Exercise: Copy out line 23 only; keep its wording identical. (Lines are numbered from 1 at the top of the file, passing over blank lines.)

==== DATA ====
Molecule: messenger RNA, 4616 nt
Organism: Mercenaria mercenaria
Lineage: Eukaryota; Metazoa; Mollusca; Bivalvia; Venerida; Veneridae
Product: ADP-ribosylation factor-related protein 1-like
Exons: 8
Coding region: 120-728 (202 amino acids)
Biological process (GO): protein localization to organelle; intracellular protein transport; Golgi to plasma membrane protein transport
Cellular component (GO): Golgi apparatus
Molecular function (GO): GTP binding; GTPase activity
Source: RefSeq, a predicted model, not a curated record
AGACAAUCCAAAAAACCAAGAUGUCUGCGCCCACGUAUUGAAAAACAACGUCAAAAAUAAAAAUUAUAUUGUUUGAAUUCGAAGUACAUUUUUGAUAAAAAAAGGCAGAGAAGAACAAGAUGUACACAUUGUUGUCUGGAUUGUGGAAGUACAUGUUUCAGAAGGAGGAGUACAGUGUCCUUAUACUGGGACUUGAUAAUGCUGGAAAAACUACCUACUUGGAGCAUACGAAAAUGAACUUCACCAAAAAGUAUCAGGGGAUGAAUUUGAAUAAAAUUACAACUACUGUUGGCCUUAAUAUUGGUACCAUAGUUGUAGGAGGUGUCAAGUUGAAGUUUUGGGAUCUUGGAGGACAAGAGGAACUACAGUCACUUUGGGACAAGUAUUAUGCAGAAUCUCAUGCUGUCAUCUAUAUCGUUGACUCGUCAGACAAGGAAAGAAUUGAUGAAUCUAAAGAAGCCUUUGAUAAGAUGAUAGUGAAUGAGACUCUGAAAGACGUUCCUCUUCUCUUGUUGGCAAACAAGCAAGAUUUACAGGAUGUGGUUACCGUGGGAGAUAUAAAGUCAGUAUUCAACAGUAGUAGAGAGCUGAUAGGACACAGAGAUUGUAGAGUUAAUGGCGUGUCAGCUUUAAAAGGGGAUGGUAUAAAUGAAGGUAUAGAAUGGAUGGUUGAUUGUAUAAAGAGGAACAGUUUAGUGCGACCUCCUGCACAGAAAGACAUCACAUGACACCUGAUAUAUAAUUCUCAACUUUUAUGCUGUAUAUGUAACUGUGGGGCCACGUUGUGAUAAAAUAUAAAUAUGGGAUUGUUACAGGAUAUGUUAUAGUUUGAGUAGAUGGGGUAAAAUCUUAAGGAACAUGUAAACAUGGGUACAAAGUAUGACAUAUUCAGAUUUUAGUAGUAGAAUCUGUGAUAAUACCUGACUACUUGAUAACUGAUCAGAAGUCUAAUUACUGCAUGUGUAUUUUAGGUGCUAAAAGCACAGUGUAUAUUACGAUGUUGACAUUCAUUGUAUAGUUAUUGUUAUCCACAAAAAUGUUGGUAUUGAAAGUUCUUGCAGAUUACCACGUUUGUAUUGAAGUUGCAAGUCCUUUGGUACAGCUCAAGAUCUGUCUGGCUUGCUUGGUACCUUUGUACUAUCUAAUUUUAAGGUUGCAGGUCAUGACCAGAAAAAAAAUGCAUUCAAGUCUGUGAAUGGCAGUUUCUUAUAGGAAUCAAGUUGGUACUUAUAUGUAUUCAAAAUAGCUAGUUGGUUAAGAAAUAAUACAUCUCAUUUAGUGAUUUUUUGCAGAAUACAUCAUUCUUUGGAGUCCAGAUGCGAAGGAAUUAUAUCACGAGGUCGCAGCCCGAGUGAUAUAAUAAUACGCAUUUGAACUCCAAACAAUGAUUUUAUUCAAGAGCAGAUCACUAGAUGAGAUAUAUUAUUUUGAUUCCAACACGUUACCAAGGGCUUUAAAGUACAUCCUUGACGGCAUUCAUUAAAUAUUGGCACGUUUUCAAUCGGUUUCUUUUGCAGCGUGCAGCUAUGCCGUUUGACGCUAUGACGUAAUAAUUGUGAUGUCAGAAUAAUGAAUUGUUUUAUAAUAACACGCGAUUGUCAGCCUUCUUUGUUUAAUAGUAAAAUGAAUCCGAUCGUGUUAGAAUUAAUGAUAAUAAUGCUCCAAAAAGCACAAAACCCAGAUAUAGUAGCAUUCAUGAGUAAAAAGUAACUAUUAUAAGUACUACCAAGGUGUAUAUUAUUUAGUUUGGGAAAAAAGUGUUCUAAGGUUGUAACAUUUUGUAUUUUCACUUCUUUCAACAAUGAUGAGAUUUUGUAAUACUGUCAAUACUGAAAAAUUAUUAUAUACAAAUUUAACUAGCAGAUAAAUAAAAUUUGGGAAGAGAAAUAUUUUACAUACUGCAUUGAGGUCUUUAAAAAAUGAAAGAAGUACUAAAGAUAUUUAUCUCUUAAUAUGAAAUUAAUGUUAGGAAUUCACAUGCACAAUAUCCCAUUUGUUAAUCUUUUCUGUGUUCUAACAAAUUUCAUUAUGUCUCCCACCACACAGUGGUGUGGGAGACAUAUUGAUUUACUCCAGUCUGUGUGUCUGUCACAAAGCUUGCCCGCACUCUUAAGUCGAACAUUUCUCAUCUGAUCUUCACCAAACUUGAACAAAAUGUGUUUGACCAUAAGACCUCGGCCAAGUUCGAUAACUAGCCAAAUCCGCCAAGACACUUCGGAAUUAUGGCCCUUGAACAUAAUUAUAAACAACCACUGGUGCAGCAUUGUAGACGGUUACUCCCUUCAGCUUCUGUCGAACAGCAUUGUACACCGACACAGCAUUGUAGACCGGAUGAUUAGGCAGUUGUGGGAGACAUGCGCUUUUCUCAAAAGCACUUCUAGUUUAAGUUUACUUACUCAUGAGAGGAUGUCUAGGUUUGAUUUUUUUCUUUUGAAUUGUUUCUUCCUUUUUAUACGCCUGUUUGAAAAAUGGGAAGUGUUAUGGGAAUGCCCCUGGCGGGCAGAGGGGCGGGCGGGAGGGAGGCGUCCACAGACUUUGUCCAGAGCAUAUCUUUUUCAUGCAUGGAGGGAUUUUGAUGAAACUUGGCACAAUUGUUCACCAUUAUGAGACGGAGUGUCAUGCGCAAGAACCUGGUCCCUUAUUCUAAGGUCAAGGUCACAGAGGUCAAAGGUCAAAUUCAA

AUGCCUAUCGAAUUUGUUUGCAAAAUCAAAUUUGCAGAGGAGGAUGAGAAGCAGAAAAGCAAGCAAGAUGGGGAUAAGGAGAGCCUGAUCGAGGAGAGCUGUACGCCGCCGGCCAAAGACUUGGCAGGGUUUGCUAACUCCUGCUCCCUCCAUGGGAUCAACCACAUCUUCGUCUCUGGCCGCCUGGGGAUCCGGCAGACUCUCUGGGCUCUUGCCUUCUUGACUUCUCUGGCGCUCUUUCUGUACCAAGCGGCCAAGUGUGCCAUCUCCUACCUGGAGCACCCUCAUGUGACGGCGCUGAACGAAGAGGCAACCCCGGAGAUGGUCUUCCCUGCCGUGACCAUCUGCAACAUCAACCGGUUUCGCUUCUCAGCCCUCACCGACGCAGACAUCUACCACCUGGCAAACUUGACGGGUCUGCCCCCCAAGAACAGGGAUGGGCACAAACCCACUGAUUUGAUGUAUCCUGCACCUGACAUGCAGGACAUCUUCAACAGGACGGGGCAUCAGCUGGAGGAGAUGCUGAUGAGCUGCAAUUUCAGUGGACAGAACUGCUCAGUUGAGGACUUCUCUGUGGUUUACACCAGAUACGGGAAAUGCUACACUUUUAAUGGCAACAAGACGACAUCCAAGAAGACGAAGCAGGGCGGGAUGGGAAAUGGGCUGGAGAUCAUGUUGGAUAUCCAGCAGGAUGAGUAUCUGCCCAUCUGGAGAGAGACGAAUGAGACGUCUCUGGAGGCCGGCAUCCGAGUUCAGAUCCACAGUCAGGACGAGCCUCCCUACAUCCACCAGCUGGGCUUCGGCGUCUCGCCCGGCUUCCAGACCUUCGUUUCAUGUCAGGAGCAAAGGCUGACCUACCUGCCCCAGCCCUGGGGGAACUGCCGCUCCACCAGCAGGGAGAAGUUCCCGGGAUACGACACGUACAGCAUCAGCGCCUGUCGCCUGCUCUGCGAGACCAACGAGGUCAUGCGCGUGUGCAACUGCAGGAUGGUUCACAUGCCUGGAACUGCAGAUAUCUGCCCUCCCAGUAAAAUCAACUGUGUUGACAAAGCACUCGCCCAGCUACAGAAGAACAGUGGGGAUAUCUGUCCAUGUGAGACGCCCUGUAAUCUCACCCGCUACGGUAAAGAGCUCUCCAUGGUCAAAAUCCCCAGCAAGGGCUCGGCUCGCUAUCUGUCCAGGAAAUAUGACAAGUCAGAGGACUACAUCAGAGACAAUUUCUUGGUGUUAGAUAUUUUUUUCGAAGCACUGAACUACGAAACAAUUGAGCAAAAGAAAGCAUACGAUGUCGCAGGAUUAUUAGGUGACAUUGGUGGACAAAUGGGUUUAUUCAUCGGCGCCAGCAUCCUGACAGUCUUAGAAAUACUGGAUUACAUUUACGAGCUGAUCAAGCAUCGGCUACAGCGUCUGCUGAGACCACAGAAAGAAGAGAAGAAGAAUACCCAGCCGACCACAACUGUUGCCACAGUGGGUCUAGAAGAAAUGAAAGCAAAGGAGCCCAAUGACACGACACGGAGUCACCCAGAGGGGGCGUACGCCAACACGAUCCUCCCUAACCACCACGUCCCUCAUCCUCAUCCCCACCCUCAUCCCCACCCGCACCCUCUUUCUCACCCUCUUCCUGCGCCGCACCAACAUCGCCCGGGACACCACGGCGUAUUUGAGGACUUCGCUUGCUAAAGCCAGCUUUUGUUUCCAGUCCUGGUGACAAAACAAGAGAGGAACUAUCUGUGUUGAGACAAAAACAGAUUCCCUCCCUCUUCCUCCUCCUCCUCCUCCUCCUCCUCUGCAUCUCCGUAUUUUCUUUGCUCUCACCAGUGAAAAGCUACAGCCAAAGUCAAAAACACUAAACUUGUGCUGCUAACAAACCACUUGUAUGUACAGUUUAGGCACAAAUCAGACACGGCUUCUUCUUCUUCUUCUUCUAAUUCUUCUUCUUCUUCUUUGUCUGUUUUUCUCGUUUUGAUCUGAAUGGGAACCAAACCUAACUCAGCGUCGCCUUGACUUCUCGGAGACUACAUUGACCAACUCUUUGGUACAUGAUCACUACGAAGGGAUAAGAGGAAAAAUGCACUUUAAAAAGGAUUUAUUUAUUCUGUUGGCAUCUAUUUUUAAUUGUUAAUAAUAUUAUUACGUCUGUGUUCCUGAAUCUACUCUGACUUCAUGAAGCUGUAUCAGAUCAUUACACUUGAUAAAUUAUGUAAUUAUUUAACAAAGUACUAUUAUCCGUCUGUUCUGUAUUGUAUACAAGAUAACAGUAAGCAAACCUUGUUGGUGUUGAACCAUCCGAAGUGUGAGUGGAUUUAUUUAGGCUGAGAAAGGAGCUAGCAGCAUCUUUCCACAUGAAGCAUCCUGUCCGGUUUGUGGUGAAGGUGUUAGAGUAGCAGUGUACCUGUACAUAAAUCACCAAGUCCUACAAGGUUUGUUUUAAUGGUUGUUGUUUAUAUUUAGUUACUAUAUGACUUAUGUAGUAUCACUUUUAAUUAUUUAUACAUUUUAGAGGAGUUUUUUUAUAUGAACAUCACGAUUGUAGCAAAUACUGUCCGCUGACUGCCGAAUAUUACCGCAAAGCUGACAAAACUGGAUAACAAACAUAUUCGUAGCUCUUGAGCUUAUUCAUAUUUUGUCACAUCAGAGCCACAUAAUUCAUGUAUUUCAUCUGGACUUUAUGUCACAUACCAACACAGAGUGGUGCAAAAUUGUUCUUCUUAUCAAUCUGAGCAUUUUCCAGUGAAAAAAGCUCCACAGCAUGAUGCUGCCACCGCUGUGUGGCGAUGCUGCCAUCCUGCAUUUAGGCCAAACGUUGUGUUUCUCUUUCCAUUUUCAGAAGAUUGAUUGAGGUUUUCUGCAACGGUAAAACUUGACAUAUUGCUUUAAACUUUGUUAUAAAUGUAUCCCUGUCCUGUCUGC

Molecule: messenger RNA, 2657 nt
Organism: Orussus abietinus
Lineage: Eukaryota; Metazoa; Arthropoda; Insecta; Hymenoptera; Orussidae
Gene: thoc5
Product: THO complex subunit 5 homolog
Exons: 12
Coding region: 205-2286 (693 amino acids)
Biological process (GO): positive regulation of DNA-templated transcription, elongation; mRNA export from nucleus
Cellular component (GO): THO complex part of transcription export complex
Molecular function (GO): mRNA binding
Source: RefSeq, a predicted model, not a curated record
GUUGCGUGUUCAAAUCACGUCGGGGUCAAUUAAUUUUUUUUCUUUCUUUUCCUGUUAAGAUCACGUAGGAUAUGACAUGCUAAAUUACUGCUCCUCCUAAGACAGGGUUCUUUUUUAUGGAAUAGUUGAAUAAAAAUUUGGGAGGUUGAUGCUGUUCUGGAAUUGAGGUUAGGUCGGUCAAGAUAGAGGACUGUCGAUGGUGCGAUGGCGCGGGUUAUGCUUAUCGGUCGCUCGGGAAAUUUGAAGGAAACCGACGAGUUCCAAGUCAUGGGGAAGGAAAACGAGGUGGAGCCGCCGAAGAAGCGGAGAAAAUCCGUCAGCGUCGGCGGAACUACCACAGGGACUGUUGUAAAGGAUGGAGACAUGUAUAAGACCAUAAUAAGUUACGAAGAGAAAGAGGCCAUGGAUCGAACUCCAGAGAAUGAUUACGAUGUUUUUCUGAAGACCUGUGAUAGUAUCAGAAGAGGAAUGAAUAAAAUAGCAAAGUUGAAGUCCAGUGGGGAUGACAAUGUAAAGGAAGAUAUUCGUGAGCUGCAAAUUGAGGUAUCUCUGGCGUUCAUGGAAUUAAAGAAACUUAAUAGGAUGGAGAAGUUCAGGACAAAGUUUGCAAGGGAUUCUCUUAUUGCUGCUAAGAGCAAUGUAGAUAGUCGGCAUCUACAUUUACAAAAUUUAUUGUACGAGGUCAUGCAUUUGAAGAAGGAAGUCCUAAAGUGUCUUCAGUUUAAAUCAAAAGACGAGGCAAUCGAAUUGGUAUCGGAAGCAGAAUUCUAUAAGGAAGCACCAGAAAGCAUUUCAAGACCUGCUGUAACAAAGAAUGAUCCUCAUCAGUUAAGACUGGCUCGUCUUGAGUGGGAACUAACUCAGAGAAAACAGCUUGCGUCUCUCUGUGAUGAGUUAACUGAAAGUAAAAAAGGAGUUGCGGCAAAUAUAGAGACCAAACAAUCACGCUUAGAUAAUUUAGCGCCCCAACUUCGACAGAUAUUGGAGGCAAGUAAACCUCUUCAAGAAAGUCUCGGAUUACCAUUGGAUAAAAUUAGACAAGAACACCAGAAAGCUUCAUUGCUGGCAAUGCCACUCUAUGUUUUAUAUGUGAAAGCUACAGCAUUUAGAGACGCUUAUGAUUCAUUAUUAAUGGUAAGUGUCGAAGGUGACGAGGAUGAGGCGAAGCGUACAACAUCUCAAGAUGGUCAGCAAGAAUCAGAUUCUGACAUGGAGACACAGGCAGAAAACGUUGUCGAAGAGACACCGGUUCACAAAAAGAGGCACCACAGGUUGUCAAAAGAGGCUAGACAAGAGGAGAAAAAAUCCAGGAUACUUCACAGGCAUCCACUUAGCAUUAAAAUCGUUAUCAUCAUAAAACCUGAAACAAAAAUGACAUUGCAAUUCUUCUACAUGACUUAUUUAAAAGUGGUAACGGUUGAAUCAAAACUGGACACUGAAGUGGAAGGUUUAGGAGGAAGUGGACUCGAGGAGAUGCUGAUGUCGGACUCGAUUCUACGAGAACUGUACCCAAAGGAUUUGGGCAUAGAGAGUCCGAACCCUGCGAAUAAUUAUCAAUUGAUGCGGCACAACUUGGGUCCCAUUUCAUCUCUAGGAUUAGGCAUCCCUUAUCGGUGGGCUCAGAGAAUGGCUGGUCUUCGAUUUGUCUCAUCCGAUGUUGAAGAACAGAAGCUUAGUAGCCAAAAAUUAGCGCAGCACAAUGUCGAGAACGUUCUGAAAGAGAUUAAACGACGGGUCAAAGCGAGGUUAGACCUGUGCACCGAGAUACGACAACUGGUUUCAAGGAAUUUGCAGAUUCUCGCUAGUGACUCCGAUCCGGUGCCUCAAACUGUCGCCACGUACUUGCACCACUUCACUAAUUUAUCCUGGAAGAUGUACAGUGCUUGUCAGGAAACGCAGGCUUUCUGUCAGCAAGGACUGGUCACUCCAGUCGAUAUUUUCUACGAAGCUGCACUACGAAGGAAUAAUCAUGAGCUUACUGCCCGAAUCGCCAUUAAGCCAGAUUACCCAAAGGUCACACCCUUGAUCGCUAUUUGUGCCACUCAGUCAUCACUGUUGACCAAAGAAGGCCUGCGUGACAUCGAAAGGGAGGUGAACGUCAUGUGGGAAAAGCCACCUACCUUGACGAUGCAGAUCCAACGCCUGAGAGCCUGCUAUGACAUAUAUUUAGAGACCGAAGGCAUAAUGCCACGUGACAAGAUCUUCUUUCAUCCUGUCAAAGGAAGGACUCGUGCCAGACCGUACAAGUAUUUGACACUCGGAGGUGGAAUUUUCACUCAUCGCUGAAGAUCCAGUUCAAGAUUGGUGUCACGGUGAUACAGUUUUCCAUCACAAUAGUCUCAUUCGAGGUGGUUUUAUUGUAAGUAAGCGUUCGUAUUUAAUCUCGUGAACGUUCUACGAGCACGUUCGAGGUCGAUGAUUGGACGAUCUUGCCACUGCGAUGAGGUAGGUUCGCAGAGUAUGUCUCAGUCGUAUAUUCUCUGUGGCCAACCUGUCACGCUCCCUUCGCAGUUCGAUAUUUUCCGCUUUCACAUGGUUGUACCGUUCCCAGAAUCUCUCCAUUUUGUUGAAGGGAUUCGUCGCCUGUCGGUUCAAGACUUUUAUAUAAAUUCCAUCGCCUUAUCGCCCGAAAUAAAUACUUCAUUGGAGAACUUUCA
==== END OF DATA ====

Source: RefSeq, a predicted model, not a curated record